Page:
Music

Cave In: Planets of Old + Live Performance DVD

Pummeling you with multifaceted metal mayhem and a little prog-rock verve, Planets of Old is the kind of recording that punches you in the face to make sure you’re still paying attention.


Cave In

Planets of Old + Live DVD Performance

Label: Hydra Head
US Release Date: 2010-01-26
UK Release Date: 2010-01-26
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Artist Website
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Cave In have been resting in sepulchral silence since their last release, Perfect Pitch Black, in 2005, allowing members to explore personal projects and God knows what else. Bassist Caleb Scofield and Andy McGrath have been cutting a swath across the New Mexico desert as sludge-core outfit Zozobra, and frontman Stephen Brodsky has released two unexpected singer-songwriter type albums for Hydra Head. None of this matters to the devout Cave In fan, however, as they just wanted the band and their brand of celestial hardcore, characterized by the juxtaposition of crushing riffs and spacey progressive melodies, to reconvene. On a sweltering July day in 2009 they did just that to a sold-out crowd at Boston’s Great Scott, playing a set of both new and old material as a prelude to their forthcoming Planets of Old EP.

There are several unwritten rules to a comeback, the first of which is that show set lists must contain a fair proportion of old material relative to the career of the band. Playing new songs is undoubtedly a necessary part of the touring process, but a careful balance must be maintained to keep the crowd from being overwhelmed with new sonic directions they haven’t yet had the chance to assimilate. Smartly, Cave In open the show with a song off their early Creative Eclipses EP, “Luminance”, enthralling the crowd. It’s obvious that the musicians of Cave In have not lost a step as individuals or as parts of the greater whole, as they look perfectly relaxed and at home. Their second song is “Retina Sees Rewind” off the new EP, and it’s met warmly, seeming to take off right were the band left off.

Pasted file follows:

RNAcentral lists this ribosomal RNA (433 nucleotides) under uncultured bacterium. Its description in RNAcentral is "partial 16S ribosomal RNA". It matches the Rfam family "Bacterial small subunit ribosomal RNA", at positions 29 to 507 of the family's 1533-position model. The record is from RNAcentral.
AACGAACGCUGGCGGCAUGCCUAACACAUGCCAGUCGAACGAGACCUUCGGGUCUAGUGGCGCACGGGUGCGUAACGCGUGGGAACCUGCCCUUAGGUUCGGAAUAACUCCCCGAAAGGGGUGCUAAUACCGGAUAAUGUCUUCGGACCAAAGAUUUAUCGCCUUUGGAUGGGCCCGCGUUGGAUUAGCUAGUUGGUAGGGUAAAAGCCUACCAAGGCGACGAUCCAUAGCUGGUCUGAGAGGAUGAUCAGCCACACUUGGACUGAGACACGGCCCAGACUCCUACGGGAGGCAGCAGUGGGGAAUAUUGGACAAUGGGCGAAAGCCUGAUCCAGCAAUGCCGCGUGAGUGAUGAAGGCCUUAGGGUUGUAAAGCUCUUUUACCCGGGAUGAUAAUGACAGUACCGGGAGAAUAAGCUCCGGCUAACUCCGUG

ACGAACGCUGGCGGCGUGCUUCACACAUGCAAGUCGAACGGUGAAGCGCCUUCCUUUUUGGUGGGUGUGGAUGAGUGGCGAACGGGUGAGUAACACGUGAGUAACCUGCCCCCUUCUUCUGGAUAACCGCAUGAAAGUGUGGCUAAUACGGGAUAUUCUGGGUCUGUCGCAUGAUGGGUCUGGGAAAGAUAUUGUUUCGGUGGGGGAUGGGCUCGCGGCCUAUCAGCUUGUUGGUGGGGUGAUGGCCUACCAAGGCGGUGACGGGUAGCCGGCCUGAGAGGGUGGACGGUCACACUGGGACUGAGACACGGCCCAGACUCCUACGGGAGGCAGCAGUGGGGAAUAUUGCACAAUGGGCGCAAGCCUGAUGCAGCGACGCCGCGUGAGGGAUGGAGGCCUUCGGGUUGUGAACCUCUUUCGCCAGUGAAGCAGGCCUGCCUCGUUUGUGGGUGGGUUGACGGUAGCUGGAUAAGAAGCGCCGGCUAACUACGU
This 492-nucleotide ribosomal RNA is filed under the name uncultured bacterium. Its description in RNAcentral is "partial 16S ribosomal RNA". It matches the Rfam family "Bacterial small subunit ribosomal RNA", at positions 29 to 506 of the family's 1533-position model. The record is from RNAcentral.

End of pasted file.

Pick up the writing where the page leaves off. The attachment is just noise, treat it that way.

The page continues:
“Moral Eclipse” and “Juggernaut” from their 1997 debut Until Your Heart Stops follow to the crowd’s delight and even open up a small mosh pit. Fans in the front row who fall into the lens of the camera are belting out the lyrics with dramatic vitality as the band moves on to “Dark Driving” off the Tides of Tomorrow EP and two more new songs, the first of which is “Cayman Tongues”. The guitars arc over a heavy bassline as Brodsky and Cofield trade singing and screaming on the microphone, the song ultimately collapsing into a doom-ish stretch of distortion before the finale crashes in to prove they can still rupture eardrums. “The Red Trail” is a fast-paced hardcore jam featuring Andy McGrath on vocals, lending further credence to Cave In’s skull-cracking capacity.

After they play “Trepanning”, Cave In dive into the last song from their latest EP, “Air Escapes”, which is a bit poppier, which is to say more streamlined, than the majority of their catalog and seems to be a continuation of Brodsky’s solo work. The band closes the show with three previously unreleased songs, “Summit Fever”, “Vicious Circles”, and “Inflatable Dream”, respectively, as well as “Big Riff” from their critically acclaimed sophomore album Jupiter. The crowd is yearning and churning as one sweaty gluttonous mass and unite to yell “One more song!” in the hopes of an encore as Cave In all leave the stage one by one, to no avail. The show has been a massive success (Brodsky informs the crowd at one point that this was the fastest selling show Great Scott has ever had) but there is also an air of uncertainty trapped beneath the piping and insulation of the ceiling. No songs from Cave In’s only major label release (RCA) Antenna were played, which was an interesting omission, and the set was a bit short for their first show in five years. What does Cave In have in store for the future?

The question is teasingly left open by both the band and Hydra Head Records, who have wisely packaged the EP with the DVD of the live performance as an appeal to fans and marketability. As a stand-alone release, the four-song EP is agonizingly inept at allaying the desire for more Cave In, the songs barely satiating reminders of the band’s greatness. Pummeling you with multifaceted metal mayhem and a little prog-rock verve, Planets of Old is the kind of recording that punches you in the face to make sure you’re still paying attention. Whether you’re retuning your focus or hearing them for the first time, Cave In demand attention and command respect.

7

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